Today on Boston Public Radio:
Chuck Todd began the show by talking about the possible effect of supply chain shortages on President Joe Biden’s approval ratings as the holidays near. He also discussed what programs might have to be cut in order to pass Biden’s spending plan. Todd is the moderator of “Meet the Press,” host of “Meet the Press Daily” on MSNBC and the political director for NBC News.
Then, we asked listeners what they think Democrats should get rid of in order to pass Biden’s infrastructure bill.
Andrea Cabral updated listeners on the latest in the conviction of Dzhokhar Tsarnaev for the Boston Marathon bombing. The U.S. Supreme Court heard arguments this week as to whether Tsarnaev was properly sentenced to death — and whether he had a fair trial. Cabral also discussed a Boston Police officer who is back on duty after being suspended for bragging about hitting those protesting in the wake of George Floyd’s death with his car. Cabral is the former Suffolk County sheriff and the former Massachusetts secretary of public safety. She is currently the CEO of the cannabis company Ascend.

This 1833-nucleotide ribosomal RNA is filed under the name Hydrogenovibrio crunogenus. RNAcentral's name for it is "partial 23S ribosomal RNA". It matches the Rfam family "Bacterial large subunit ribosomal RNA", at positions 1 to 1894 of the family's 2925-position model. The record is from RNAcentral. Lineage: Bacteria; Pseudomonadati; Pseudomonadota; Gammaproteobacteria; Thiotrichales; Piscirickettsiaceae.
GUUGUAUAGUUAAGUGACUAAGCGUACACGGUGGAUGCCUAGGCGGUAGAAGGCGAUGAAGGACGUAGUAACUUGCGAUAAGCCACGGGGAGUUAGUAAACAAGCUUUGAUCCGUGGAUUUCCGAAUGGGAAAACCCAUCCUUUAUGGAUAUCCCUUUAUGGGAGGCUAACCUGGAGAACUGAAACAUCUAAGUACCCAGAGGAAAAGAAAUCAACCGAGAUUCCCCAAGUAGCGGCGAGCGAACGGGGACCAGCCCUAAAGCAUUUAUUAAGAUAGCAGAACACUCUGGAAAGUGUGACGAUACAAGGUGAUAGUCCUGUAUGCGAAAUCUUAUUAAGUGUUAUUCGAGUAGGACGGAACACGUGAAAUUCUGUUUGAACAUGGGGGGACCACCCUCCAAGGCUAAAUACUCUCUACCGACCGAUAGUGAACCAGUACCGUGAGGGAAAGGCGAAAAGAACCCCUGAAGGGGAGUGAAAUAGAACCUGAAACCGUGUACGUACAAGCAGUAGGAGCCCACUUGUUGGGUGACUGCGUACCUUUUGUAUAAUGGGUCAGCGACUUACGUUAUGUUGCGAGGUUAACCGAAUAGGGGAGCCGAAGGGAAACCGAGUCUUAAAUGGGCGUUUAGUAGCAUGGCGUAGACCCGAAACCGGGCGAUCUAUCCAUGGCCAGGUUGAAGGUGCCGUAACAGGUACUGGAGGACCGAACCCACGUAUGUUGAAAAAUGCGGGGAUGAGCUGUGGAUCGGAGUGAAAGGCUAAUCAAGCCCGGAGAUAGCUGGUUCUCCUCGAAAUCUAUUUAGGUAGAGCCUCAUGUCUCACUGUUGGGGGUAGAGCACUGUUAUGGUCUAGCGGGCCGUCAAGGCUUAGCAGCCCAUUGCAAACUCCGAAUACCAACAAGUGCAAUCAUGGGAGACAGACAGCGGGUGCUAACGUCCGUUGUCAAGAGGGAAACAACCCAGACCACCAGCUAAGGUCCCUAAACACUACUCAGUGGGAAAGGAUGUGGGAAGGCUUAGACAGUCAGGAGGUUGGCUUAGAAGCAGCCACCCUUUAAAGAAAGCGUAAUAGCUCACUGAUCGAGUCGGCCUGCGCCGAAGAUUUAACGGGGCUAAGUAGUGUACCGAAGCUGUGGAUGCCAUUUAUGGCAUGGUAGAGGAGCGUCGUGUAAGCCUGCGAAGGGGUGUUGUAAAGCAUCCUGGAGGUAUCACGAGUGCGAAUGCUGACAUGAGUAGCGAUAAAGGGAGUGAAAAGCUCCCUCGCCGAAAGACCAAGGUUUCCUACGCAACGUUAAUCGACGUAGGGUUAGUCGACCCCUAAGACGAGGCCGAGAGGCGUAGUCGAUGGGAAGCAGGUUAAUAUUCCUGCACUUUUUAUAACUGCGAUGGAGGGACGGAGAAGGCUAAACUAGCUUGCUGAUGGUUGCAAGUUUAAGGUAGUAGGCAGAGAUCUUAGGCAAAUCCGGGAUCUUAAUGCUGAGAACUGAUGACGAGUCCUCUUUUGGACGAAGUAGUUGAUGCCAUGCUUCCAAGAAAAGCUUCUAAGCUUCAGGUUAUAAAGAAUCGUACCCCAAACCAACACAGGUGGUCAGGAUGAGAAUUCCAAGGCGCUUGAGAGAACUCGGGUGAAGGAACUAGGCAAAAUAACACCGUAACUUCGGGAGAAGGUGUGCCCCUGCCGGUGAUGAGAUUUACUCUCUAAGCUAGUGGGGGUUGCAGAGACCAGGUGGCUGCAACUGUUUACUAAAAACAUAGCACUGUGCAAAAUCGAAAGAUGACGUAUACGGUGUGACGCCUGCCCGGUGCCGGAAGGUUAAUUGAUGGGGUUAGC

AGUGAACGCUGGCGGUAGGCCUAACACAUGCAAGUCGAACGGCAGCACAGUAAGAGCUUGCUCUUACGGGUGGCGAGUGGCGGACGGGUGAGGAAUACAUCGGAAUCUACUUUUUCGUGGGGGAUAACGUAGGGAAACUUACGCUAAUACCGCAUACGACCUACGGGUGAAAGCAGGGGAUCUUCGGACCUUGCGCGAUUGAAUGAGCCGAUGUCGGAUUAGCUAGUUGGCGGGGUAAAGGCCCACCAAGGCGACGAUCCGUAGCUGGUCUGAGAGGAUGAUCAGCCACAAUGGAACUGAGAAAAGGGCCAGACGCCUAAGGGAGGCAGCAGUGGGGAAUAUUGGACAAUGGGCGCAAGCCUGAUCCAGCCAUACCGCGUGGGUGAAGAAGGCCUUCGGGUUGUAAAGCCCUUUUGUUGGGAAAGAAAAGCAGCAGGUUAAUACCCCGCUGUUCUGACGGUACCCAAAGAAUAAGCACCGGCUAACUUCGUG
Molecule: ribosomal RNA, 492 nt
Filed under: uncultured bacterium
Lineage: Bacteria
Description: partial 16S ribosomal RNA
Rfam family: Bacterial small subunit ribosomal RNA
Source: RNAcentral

Then, we talked with listeners about their thoughts on police reform, and why they think efforts to change policing have faltered in the months since protests in the summer of 2020.
Fiona Hill previewed her memoir that came out this month, “There Is Nothing for You Here: Finding Opportunity in the Twenty-First Century,” and weighed in on the similarities and differences between Donald Trump and Vladimir Putin. Hill served as deputy assistant to the president and senior director for European and Russian affairs in the Trump administration from 2017 to 2019, and was a witness in Donald Trump’s first impeachment hearing.
Jared Bowen rounded up the latest arts and culture happenings in the city, including the Museum of Fine Arts’ “Fabric of a Nation: American Quilt Stories” exhibit, and Gregory Maguire’s latest novel, “The Brides of Maracoor.” Bowen is GBH’s executive arts editor and the host of Open Studio.